Skeletons of trees dominate the landscape in Hiroshima, Sept. 8, 1945, left in ruins after the world's first atomic bomb attack

Skeletons of trees dominate the landscape in Hiroshima, Sept. 8, 1945, left in ruins after the world's first atomic bomb attack

The 31,000-word article filled the entire Aug. 31, 1946 issue of The New Yorker magazine—the first anniversary of the detonation of the first atomic bomb at the close of World War II. Although there was no advance publicity of the article, the issue quickly sold out on New York’s newsstands as word of mouth spread. Subsequently the article was published as a book which is still in print today.

Hersey, who was 32 at the time, told the story of the nuclear holocaust through the eyes of six survivors whom he interviewed exhaustively. For this, Tom Wolfe considered Hersey to be one of the forerunners of the New Journalism of the ’60s and ’70s. Hersey considered his work plain old journalism.

“Hiroshima”’s impact is incalculable. Many scholars consider Hersey’s beautifully told story to be a major factor in bringing a war-weary humanity to its senses and possibly preventing a repetition of the horror that Hiroshima—and, shortly thereafter, Nagasaki—endured in August of 1945.


By John Hersey
The New Yorker, Aug. 31, 1946


At exactly fifteen minutes past eight in the morning, on August 6, 1945, Japanese time, at the moment when the atomic bomb flashed above Hiroshima, Miss Toshiko Sasaki, a clerk in the personnel department of the East Asia Tin Works, had just sat down at her place in the plant office and was turning her head to speak to the girl at the next desk. At that same moment, Dr. Masakazu Fujii was settling down cross-legged to read the Osaka Asahi on the porch of his private hospital, overhanging one of the seven deltaic rivers which divide Hiroshima; Mrs. Hatsuyo Nakamura, a tailor’s widow, stood by the window of her kitchen, watching a neighbor tearing down his house because it lay in the path of an air-raid-defense fire lane; Father Wilhelm Kleinsorge, a German priest of the Society of Jesus, reclined in his underwear on a cot on the top floor of his order’s three-story mission house, reading a Jesuit magazine, Stimmen der Zeit; Dr. Terufumi Sasaki, a young member of the surgical staff of the city’s large, modern Red Cross Hospital, walked along one of the hospital corridors with a blood specimen for a Wassermann test in his hand; and the Reverend Mr. Kiyoshi Tanimoto, pastor of the Hiroshima Methodist Church, paused at the door of a rich man’s house in Koi, the city’s western suburb, and prepared to unload a handcart full of things he had evacuated from town in fear of the massive B-29 raid which everyone expected Hiroshima to suffer. A hundred thousand people were killed by the atomic bomb, and these six were among the survivors. They still wonder why they lived when so many others died.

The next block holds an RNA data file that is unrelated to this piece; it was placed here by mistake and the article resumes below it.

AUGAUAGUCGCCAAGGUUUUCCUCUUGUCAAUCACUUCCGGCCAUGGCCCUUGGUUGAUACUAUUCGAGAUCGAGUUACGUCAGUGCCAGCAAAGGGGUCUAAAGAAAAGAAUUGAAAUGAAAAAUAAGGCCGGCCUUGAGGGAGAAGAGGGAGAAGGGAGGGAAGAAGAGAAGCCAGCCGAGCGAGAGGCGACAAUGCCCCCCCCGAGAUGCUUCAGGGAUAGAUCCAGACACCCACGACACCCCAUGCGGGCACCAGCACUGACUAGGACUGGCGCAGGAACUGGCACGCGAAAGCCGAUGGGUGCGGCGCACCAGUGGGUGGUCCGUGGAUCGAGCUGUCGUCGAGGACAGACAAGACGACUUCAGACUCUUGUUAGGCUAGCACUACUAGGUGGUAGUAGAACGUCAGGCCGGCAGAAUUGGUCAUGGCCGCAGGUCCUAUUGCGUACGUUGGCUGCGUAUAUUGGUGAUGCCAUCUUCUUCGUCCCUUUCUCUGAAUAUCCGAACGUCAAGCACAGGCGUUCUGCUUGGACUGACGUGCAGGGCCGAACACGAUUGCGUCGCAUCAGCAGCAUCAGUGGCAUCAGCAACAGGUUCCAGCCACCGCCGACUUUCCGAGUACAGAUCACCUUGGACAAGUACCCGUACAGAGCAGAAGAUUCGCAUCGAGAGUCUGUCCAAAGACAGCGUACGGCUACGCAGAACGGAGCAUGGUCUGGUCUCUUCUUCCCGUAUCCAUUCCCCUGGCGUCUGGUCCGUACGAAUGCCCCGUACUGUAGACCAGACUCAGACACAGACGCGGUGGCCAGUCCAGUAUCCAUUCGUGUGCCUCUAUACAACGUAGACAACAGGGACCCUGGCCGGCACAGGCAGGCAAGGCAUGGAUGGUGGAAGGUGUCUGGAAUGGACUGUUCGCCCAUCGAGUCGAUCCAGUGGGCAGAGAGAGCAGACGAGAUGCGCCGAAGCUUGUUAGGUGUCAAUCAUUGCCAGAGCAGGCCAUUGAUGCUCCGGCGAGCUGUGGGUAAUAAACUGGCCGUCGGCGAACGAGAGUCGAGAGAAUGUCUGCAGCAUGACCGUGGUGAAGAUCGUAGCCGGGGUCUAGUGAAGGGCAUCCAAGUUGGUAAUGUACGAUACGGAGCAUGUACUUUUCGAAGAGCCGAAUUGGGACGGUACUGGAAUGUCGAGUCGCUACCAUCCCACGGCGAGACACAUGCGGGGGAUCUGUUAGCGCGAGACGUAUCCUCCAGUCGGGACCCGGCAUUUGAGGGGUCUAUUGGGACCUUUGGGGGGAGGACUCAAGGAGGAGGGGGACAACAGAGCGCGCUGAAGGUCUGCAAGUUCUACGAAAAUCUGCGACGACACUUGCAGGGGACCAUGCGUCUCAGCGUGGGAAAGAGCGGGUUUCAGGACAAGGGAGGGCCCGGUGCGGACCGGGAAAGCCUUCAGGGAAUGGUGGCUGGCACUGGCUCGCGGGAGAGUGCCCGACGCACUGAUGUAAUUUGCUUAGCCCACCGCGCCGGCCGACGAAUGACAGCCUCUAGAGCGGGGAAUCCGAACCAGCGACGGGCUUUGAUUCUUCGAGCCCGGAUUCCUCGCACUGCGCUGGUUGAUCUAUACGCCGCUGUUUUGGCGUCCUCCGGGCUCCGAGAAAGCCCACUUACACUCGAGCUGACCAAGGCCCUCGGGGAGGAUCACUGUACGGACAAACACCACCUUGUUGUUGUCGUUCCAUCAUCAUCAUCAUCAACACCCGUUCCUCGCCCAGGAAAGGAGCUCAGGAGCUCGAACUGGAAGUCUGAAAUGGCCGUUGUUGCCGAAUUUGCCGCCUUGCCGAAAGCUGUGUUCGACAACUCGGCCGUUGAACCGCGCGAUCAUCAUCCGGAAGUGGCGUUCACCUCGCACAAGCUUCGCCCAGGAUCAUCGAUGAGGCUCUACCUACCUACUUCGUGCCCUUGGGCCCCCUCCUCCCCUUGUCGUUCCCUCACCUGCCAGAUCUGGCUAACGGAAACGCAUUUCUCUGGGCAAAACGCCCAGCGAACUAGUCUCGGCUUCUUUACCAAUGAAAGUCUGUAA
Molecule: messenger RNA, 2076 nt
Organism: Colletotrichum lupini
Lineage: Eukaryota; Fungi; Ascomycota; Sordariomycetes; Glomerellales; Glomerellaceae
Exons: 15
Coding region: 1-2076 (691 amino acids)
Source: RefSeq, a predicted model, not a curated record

Excerpt from “A Noiseless Flash” from HIROSHIMA by John Hersey, copyright © 1946, 1985, copyright renewed 1973 by John Hersey. Used by permission of Alfred A. Knopf, an imprint of the Knopf Doubleday Publishing Group, a division of Penguin Random House LLC. All rights reserved. Any third party use of this material, outside of this publication, is prohibited. Interested parties must apply directly to Penguin Random House for permission.

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